When people ask me where they should be investing, I tell them my two favorite sectors are canned food and ammunition. Of course, I’m looking to get a laugh, but truth be told I am serious. At least about the food. I’ve been quietly growing an investment of non-perishable food for some time.
I will admit to having stayed up late at night watching the Nat Geo Channel, learning the many ways the world as we know it may soon end—from a global economic collapse to unfathomable horrors from outer space.
People, this is nothing new. There have always been gloom-and-doomers. When I was a kid, the doom du jour was communism. That led families to construct underground bomb shelters stocked with food and water. Then there was the Cuban missile crisis (oh, great, now I’m really dating myself), which I was certain we would not survive.
There have been untold numbers of “doomful” predictions having to do with bird flu, swine flu, HIV-Aids, tsunamis, meteors and all manner of fearful things that surely would wipe out life as we know it. Add Nostradamus and the ancient Mayans. I’ve heard it all.
Recently, National Geographic rolled out a new show, “Doomsday Preppers,” featuring ordinary, everyday people who are reacting and responding to potential disasters.
One guy here in California is prepping for an earthquake that might flatten Los Angeles. He’s learned to live off shrubs and weeds, and carries a flint to build fires.
A woman in Texas is expecting an unusually nasty oil crisis. The Houston party girl built an impressive survival cache in her tiny apartment, and she practices nighttime backpacking routes to get out of a city she expects will be completely blacked out.
Another Texan profiled foresees a polar shift, where the entire Earth will be doing a backflip on its axis. He’s constructed a home near San Antonio, using eight steel shipping containers, and loaded it up with enough food and ammo to last for 20 years.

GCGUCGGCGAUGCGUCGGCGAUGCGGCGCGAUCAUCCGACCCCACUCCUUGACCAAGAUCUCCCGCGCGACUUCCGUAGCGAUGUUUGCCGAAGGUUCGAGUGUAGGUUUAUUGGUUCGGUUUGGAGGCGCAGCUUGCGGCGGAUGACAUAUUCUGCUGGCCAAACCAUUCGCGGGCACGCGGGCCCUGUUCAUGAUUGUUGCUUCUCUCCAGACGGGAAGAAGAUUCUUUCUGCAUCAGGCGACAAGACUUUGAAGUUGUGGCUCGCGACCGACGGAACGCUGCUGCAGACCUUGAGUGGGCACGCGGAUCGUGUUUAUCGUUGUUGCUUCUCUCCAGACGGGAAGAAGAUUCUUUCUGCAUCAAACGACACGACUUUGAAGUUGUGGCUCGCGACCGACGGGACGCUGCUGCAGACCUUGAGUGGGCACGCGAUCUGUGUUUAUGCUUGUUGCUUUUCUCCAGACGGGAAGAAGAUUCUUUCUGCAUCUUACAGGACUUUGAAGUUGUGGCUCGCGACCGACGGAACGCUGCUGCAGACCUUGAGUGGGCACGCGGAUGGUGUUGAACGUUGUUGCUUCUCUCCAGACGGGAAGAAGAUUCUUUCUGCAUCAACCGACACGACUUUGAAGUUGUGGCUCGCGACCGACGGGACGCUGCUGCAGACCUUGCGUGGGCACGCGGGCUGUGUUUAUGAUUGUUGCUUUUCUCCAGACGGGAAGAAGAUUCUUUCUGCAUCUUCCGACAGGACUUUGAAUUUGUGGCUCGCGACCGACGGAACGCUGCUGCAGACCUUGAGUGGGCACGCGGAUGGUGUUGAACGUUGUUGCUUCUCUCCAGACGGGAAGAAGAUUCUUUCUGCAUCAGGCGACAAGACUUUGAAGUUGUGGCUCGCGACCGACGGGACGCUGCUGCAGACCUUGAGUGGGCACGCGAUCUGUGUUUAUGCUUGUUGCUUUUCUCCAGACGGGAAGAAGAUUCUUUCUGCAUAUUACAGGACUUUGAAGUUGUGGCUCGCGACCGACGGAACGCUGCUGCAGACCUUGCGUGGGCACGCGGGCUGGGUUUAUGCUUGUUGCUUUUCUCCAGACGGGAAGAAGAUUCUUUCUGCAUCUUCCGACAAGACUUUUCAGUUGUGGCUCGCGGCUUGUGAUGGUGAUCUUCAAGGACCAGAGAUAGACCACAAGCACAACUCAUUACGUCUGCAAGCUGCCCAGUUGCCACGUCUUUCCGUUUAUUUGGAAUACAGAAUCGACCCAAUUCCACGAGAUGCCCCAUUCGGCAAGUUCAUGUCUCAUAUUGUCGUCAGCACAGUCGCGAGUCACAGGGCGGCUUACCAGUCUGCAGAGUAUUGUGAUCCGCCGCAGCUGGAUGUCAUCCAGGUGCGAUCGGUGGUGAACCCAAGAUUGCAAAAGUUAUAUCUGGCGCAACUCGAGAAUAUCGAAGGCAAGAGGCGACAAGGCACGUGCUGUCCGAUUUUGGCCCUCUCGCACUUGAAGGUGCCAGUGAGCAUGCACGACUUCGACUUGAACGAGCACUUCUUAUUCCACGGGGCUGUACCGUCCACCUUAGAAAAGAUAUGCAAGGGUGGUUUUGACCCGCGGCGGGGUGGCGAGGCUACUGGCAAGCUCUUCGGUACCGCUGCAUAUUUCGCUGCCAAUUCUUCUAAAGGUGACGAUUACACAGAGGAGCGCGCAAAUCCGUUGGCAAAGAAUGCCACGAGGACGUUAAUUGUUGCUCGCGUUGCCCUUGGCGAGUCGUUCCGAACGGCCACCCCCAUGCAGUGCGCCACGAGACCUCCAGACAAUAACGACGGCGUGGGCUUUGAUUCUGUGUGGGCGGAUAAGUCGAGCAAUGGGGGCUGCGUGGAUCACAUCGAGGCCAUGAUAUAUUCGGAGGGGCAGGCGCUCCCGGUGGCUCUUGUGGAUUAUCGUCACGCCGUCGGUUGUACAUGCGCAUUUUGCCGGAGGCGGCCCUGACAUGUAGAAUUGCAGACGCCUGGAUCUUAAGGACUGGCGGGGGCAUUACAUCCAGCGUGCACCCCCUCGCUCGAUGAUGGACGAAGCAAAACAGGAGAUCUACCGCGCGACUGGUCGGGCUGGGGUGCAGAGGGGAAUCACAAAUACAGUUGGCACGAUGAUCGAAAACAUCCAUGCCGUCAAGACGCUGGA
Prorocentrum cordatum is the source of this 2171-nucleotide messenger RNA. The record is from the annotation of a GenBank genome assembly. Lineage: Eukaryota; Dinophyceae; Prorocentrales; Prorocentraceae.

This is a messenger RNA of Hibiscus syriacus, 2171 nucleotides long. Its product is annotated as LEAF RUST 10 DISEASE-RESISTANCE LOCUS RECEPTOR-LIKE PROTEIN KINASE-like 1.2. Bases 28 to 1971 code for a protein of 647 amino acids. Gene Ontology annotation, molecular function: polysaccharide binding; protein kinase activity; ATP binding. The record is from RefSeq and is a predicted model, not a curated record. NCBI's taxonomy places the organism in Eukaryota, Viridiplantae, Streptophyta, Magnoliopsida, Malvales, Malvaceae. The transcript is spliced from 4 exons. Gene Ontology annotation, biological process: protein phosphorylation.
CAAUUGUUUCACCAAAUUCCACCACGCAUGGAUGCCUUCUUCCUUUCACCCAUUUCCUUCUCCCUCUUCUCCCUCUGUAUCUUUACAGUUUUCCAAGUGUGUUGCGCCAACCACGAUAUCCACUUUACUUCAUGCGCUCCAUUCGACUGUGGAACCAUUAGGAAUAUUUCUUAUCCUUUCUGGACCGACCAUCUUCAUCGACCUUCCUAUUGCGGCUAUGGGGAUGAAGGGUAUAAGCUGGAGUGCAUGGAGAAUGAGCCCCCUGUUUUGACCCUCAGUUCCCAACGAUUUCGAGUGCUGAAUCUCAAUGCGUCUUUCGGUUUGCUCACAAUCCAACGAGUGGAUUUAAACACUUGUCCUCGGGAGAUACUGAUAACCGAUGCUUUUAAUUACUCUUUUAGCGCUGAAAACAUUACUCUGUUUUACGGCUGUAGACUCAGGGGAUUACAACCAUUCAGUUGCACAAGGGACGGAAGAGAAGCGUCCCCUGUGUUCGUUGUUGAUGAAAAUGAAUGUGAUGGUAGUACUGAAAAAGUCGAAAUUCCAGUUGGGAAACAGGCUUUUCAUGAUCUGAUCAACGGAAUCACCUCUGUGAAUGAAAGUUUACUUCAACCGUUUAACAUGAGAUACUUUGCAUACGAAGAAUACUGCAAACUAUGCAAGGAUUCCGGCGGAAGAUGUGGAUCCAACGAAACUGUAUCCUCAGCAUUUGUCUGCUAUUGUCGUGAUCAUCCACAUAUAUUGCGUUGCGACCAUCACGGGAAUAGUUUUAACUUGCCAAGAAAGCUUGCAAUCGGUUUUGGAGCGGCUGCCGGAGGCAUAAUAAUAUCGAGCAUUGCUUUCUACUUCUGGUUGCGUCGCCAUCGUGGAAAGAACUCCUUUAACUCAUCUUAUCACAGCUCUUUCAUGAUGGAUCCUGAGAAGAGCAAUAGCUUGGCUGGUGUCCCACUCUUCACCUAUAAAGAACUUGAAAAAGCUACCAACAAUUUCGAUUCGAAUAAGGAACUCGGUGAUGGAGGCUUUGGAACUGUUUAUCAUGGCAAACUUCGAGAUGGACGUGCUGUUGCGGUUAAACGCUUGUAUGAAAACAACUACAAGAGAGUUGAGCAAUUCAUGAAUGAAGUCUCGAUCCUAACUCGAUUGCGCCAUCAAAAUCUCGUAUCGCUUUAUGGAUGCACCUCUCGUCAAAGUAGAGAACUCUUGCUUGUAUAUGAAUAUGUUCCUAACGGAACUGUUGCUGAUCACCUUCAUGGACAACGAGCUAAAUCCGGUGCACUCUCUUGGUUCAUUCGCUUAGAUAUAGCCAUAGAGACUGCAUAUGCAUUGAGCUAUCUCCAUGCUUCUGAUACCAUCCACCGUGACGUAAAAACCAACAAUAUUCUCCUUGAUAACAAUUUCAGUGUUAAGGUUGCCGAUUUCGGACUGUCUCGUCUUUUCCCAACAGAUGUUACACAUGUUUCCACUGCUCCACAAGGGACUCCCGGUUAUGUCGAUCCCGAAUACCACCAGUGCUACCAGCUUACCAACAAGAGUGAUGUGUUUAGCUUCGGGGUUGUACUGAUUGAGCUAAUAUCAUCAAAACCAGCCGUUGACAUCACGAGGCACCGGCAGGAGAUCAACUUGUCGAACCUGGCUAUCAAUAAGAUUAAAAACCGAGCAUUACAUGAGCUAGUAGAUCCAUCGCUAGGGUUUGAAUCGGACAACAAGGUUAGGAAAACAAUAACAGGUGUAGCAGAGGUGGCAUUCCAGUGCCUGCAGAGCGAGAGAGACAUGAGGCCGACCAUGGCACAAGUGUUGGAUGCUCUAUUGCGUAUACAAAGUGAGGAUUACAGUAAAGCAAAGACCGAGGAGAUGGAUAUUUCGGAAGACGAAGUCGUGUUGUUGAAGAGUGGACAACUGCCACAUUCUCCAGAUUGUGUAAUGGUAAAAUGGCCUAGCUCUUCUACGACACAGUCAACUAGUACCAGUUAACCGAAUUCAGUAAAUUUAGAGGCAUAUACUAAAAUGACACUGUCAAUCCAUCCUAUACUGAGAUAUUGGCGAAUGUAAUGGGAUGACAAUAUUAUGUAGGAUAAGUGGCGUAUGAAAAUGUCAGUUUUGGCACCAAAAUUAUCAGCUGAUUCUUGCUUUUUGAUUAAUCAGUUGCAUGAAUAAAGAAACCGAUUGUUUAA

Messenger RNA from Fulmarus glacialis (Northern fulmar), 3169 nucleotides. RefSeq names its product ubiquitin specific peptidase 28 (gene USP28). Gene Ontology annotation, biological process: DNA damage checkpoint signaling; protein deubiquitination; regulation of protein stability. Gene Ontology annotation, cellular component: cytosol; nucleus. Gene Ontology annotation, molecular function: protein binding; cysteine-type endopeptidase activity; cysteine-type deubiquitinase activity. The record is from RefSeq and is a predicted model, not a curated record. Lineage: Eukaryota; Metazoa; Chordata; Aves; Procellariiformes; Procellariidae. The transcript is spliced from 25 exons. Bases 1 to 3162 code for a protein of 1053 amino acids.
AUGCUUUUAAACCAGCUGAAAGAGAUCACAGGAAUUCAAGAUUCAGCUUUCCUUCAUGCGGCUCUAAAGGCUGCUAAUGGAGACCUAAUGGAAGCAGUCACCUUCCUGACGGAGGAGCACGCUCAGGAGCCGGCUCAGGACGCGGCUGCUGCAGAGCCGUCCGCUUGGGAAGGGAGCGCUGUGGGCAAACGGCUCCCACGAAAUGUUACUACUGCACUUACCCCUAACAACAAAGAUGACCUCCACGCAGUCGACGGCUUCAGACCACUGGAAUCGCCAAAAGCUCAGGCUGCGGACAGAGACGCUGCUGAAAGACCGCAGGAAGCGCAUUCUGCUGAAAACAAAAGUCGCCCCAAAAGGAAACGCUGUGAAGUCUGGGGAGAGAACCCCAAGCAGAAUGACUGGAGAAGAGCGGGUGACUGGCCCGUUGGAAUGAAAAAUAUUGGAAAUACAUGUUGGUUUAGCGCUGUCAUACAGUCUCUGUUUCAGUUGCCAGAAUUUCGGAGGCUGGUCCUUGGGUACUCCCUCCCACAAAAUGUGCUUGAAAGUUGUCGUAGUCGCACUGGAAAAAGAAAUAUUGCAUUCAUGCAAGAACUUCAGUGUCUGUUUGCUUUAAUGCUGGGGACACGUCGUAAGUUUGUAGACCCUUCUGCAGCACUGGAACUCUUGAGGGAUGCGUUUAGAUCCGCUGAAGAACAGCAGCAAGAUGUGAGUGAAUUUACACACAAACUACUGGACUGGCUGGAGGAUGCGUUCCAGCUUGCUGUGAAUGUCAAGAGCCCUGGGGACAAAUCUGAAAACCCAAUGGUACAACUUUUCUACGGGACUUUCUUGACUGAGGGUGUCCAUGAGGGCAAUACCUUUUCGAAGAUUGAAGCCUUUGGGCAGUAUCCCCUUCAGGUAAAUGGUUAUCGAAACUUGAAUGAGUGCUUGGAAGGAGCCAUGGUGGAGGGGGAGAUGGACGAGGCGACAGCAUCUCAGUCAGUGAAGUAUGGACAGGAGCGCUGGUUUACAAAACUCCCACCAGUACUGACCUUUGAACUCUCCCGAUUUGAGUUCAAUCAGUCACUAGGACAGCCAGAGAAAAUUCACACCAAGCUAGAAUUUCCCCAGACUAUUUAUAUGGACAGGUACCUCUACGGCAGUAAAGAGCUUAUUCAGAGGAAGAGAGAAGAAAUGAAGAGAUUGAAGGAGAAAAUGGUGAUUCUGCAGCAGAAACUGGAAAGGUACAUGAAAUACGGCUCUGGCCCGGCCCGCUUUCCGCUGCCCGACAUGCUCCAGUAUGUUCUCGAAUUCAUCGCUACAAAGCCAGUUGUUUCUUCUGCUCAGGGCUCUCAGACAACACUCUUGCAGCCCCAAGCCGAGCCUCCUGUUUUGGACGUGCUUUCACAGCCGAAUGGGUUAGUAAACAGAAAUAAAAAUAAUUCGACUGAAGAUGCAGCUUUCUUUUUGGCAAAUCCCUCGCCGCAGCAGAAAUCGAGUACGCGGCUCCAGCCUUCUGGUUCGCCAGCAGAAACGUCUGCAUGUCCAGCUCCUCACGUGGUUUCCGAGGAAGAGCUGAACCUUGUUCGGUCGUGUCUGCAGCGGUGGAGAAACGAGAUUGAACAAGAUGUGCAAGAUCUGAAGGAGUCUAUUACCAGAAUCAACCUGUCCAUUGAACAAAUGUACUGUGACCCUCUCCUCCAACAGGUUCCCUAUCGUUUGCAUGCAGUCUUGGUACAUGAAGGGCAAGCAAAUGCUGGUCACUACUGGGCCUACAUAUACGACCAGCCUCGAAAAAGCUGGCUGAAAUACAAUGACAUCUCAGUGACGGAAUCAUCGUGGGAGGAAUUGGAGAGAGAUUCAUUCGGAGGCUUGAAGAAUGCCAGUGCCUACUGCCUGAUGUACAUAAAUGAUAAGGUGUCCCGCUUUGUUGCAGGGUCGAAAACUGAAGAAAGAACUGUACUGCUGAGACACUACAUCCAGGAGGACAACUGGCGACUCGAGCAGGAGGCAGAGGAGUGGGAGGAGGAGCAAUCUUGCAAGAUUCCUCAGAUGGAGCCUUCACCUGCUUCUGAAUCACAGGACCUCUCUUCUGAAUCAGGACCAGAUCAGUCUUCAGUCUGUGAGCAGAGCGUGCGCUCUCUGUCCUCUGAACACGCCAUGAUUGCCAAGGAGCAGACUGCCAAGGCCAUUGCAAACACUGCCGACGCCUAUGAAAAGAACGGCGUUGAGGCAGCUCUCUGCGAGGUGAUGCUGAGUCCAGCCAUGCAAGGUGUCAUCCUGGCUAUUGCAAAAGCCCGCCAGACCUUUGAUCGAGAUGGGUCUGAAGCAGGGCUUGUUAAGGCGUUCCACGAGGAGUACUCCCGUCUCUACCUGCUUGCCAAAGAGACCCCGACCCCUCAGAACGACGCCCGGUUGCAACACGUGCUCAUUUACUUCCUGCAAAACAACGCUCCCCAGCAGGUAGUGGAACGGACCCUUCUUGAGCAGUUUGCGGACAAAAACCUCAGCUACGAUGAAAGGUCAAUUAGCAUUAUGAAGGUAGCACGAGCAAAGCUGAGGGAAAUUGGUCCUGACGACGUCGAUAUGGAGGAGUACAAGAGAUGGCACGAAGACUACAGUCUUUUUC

So, do I line up with these extremists? Not at all. I find it entertaining but certainly not realistic or reasonable. The other extreme is to not be prepared at all, however, which also is unacceptable. To me, building a reasonable emergency supply of food for my family is responsible. It’s insurance.
In my adult lifetime, my husband and I have paid close to $100,000 for insurance (automobile, homeowner, health, etc.). We’ve filed precious few claims; nowhere close to the premiums paid. Do I regret it? No! I am grateful we have not faced devastating tragedy.
To me, food and survival supplies in reasonable amounts are just as much insurance as our policies that cover household disasters. These things give me peace of mind and assurance that I will be able to protect my property, my family and my life in the event of emergencies or disasters.
One challenge with building a stockpile of food the way I’m doing it is that it takes a long time. Another option is to invest in a ready-made stockpile from a reputable company like Mountain House. Their freeze dried meals are really tasty, convenient to store, easy to prepare and they have a long shelf life.
Done reasonably, emergency preparedness in whatever form it takes, is not whacky.
And, I intend to do everything in my power to encourage you to follow my lead.
Are you prepared for an emergency or disaster? Let me know in the comments section below.
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